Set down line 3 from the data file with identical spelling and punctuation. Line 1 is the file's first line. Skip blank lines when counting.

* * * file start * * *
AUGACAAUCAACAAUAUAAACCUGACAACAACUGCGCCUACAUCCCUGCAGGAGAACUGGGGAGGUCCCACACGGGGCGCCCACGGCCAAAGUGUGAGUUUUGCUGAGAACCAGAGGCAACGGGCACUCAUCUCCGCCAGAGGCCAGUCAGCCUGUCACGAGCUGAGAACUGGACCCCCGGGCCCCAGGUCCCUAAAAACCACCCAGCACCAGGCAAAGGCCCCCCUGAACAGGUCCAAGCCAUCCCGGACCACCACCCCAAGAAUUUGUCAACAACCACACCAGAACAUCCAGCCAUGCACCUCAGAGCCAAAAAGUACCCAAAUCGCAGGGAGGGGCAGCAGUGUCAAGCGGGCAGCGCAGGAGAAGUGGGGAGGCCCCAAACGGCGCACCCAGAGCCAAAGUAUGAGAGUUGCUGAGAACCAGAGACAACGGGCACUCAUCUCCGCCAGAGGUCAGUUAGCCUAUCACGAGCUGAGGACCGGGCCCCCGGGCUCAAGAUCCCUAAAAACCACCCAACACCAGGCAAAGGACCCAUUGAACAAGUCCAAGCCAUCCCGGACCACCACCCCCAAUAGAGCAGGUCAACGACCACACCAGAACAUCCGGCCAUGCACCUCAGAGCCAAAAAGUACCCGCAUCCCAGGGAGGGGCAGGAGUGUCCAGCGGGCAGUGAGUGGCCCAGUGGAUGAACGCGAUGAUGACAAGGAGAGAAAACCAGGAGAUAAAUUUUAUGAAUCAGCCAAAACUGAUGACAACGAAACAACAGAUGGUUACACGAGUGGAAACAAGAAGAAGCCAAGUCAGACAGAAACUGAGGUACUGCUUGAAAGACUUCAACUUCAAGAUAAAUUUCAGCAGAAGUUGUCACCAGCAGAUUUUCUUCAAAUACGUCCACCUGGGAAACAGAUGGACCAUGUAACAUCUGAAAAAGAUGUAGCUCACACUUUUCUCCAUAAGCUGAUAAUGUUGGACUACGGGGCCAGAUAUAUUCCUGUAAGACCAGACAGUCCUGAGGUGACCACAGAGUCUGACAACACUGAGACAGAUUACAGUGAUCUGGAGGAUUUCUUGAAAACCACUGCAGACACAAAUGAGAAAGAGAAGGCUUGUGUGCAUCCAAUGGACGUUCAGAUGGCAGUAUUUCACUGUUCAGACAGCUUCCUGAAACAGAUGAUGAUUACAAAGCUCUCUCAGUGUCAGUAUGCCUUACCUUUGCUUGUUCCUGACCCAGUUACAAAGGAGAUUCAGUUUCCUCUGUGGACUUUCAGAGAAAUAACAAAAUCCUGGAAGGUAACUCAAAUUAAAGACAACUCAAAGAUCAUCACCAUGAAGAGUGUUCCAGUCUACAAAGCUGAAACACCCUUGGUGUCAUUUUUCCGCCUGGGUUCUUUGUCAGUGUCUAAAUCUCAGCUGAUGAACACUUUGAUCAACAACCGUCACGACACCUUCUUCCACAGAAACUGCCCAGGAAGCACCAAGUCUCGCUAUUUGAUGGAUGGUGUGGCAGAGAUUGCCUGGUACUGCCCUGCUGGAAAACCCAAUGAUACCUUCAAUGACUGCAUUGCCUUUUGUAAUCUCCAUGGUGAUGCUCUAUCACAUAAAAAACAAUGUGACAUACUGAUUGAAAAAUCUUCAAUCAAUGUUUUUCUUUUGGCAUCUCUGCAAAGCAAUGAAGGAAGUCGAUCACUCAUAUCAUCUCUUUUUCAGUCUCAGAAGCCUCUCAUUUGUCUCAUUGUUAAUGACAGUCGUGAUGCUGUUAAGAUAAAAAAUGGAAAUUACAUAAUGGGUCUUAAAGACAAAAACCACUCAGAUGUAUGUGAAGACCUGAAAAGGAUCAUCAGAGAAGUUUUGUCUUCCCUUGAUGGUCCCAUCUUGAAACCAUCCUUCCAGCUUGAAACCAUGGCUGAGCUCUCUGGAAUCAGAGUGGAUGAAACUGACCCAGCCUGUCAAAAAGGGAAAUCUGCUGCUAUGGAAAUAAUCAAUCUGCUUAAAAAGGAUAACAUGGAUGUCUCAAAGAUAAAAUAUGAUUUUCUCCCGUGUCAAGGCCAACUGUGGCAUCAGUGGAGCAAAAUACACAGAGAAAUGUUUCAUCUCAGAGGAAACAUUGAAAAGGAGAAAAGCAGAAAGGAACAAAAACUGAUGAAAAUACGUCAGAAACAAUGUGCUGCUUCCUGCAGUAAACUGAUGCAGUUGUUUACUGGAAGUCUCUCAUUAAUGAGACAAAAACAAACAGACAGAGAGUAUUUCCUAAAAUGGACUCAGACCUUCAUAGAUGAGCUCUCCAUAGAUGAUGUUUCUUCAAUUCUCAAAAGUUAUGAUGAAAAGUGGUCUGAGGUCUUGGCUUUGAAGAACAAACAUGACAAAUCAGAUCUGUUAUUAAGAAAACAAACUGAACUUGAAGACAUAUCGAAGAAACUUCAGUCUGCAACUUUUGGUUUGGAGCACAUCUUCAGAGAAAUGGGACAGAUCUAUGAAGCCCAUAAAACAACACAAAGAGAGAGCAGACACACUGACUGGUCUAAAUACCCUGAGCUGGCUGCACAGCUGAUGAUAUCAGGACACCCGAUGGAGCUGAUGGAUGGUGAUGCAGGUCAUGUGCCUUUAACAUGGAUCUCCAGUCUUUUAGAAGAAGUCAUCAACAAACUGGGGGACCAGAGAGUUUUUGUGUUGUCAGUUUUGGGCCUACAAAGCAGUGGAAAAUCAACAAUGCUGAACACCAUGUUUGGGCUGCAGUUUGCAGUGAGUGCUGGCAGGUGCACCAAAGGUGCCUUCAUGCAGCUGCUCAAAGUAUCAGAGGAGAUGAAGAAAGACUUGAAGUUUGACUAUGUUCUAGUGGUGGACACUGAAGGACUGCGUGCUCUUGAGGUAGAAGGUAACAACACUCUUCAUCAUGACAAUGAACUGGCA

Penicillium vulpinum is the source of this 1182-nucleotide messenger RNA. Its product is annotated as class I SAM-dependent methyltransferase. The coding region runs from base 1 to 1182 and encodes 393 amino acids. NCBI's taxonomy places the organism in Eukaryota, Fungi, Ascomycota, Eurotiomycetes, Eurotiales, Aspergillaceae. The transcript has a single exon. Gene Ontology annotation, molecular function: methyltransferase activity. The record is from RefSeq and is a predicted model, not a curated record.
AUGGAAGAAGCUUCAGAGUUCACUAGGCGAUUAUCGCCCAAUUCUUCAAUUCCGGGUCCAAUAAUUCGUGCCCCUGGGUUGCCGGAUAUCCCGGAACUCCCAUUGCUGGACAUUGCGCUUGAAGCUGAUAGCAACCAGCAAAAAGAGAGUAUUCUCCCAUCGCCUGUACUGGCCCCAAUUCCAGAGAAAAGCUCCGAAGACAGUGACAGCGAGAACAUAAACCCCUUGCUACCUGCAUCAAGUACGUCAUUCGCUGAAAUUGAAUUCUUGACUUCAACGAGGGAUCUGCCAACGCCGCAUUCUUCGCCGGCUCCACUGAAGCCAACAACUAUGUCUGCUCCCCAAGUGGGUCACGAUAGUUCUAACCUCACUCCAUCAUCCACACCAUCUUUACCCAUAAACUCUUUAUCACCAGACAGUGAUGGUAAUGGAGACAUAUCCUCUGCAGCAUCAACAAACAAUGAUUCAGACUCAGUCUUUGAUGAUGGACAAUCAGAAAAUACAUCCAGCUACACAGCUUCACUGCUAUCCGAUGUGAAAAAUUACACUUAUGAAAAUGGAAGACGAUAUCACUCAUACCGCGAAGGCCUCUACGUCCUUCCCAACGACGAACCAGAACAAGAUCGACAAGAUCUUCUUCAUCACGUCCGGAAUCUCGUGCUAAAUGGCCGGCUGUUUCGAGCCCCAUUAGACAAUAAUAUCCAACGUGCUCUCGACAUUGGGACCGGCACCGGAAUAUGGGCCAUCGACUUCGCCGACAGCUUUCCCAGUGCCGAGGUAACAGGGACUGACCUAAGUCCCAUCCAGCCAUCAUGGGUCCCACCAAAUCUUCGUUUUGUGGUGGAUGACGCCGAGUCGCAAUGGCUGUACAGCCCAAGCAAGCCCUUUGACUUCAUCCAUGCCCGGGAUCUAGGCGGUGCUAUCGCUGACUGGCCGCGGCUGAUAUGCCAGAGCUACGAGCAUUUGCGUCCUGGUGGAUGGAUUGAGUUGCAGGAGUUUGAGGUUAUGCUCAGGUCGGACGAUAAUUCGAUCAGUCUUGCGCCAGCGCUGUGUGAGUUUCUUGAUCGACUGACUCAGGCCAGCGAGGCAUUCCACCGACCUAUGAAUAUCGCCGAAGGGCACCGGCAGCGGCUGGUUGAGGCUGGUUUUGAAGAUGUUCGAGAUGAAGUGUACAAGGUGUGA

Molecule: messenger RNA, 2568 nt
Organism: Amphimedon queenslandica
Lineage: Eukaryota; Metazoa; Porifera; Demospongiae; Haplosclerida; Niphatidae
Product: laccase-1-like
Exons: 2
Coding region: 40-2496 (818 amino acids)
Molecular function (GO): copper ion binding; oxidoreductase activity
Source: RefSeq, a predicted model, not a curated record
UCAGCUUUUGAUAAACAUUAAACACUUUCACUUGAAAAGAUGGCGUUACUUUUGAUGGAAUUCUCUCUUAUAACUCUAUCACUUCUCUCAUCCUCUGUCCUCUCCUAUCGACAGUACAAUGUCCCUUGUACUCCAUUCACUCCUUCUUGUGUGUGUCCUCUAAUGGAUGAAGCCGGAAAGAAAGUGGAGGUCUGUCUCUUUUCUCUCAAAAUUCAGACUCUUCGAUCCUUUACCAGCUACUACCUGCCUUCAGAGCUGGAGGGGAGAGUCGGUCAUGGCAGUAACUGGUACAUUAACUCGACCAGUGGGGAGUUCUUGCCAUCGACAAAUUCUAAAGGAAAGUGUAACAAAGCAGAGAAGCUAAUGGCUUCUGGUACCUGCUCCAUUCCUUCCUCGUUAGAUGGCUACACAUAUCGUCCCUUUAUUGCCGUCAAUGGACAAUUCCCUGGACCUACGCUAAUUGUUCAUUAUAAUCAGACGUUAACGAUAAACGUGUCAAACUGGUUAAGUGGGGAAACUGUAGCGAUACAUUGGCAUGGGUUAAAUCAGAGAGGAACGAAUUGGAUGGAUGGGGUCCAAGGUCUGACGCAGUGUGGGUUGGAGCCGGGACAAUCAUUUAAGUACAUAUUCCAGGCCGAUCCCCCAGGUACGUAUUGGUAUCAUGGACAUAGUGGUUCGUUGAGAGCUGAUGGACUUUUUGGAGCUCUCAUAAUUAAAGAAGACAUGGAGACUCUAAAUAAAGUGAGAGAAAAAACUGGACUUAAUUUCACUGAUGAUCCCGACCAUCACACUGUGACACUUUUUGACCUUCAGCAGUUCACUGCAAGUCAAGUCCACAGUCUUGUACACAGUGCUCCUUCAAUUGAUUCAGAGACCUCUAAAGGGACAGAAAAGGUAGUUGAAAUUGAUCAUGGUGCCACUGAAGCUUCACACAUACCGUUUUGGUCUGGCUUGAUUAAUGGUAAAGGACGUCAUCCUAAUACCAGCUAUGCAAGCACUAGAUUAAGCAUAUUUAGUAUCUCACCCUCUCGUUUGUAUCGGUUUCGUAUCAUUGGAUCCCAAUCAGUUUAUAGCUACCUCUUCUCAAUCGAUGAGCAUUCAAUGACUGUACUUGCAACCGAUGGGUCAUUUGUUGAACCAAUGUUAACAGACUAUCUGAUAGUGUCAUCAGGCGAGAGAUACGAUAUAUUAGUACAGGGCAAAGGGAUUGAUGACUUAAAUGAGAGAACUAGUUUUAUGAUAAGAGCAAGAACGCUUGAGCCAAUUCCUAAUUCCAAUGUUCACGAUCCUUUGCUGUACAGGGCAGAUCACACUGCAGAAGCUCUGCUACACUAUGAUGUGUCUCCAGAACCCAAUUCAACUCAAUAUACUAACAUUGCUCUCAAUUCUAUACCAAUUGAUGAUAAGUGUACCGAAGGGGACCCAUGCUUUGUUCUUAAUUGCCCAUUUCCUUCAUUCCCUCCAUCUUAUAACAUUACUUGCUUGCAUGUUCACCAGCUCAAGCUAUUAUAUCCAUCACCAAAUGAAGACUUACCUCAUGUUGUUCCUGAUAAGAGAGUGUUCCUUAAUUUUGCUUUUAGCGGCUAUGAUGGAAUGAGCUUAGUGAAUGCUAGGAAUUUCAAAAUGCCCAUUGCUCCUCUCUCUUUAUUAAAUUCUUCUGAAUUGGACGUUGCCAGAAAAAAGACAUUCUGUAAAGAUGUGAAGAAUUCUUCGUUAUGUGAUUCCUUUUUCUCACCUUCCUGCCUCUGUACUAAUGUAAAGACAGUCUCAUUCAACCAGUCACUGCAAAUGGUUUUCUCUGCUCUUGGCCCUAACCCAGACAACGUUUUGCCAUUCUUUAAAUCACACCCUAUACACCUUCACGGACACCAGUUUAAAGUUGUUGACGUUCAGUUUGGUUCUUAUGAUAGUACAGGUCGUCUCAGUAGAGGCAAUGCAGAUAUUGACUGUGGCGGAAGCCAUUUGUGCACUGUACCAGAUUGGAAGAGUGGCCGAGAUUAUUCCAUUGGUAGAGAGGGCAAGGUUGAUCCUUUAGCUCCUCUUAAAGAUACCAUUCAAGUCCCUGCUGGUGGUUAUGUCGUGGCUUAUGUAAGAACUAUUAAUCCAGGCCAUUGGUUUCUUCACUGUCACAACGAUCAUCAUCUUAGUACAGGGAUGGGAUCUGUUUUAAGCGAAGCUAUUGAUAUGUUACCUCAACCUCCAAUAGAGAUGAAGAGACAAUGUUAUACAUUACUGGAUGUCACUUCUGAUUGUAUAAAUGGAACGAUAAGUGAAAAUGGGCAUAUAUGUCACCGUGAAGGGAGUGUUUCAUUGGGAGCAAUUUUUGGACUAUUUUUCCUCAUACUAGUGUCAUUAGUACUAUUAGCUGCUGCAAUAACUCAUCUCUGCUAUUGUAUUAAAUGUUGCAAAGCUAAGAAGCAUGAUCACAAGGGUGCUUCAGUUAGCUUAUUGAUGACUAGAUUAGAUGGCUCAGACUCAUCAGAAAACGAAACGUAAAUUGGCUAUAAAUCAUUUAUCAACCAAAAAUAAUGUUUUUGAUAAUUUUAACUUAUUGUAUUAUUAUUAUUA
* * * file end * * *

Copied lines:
AUGGAAGAAGCUUCAGAGUUCACUAGGCGAUUAUCGCCCAAUUCUUCAAUUCCGGGUCCAAUAAUUCGUGCCCCUGGGUUGCCGGAUAUCCCGGAACUCCCAUUGCUGGACAUUGCGCUUGAAGCUGAUAGCAACCAGCAAAAAGAGAGUAUUCUCCCAUCGCCUGUACUGGCCCCAAUUCCAGAGAAAAGCUCCGAAGACAGUGACAGCGAGAACAUAAACCCCUUGCUACCUGCAUCAAGUACGUCAUUCGCUGAAAUUGAAUUCUUGACUUCAACGAGGGAUCUGCCAACGCCGCAUUCUUCGCCGGCUCCACUGAAGCCAACAACUAUGUCUGCUCCCCAAGUGGGUCACGAUAGUUCUAACCUCACUCCAUCAUCCACACCAUCUUUACCCAUAAACUCUUUAUCACCAGACAGUGAUGGUAAUGGAGACAUAUCCUCUGCAGCAUCAACAAACAAUGAUUCAGACUCAGUCUUUGAUGAUGGACAAUCAGAAAAUACAUCCAGCUACACAGCUUCACUGCUAUCCGAUGUGAAAAAUUACACUUAUGAAAAUGGAAGACGAUAUCACUCAUACCGCGAAGGCCUCUACGUCCUUCCCAACGACGAACCAGAACAAGAUCGACAAGAUCUUCUUCAUCACGUCCGGAAUCUCGUGCUAAAUGGCCGGCUGUUUCGAGCCCCAUUAGACAAUAAUAUCCAACGUGCUCUCGACAUUGGGACCGGCACCGGAAUAUGGGCCAUCGACUUCGCCGACAGCUUUCCCAGUGCCGAGGUAACAGGGACUGACCUAAGUCCCAUCCAGCCAUCAUGGGUCCCACCAAAUCUUCGUUUUGUGGUGGAUGACGCCGAGUCGCAAUGGCUGUACAGCCCAAGCAAGCCCUUUGACUUCAUCCAUGCCCGGGAUCUAGGCGGUGCUAUCGCUGACUGGCCGCGGCUGAUAUGCCAGAGCUACGAGCAUUUGCGUCCUGGUGGAUGGAUUGAGUUGCAGGAGUUUGAGGUUAUGCUCAGGUCGGACGAUAAUUCGAUCAGUCUUGCGCCAGCGCUGUGUGAGUUUCUUGAUCGACUGACUCAGGCCAGCGAGGCAUUCCACCGACCUAUGAAUAUCGCCGAAGGGCACCGGCAGCGGCUGGUUGAGGCUGGUUUUGAAGAUGUUCGAGAUGAAGUGUACAAGGUGUGA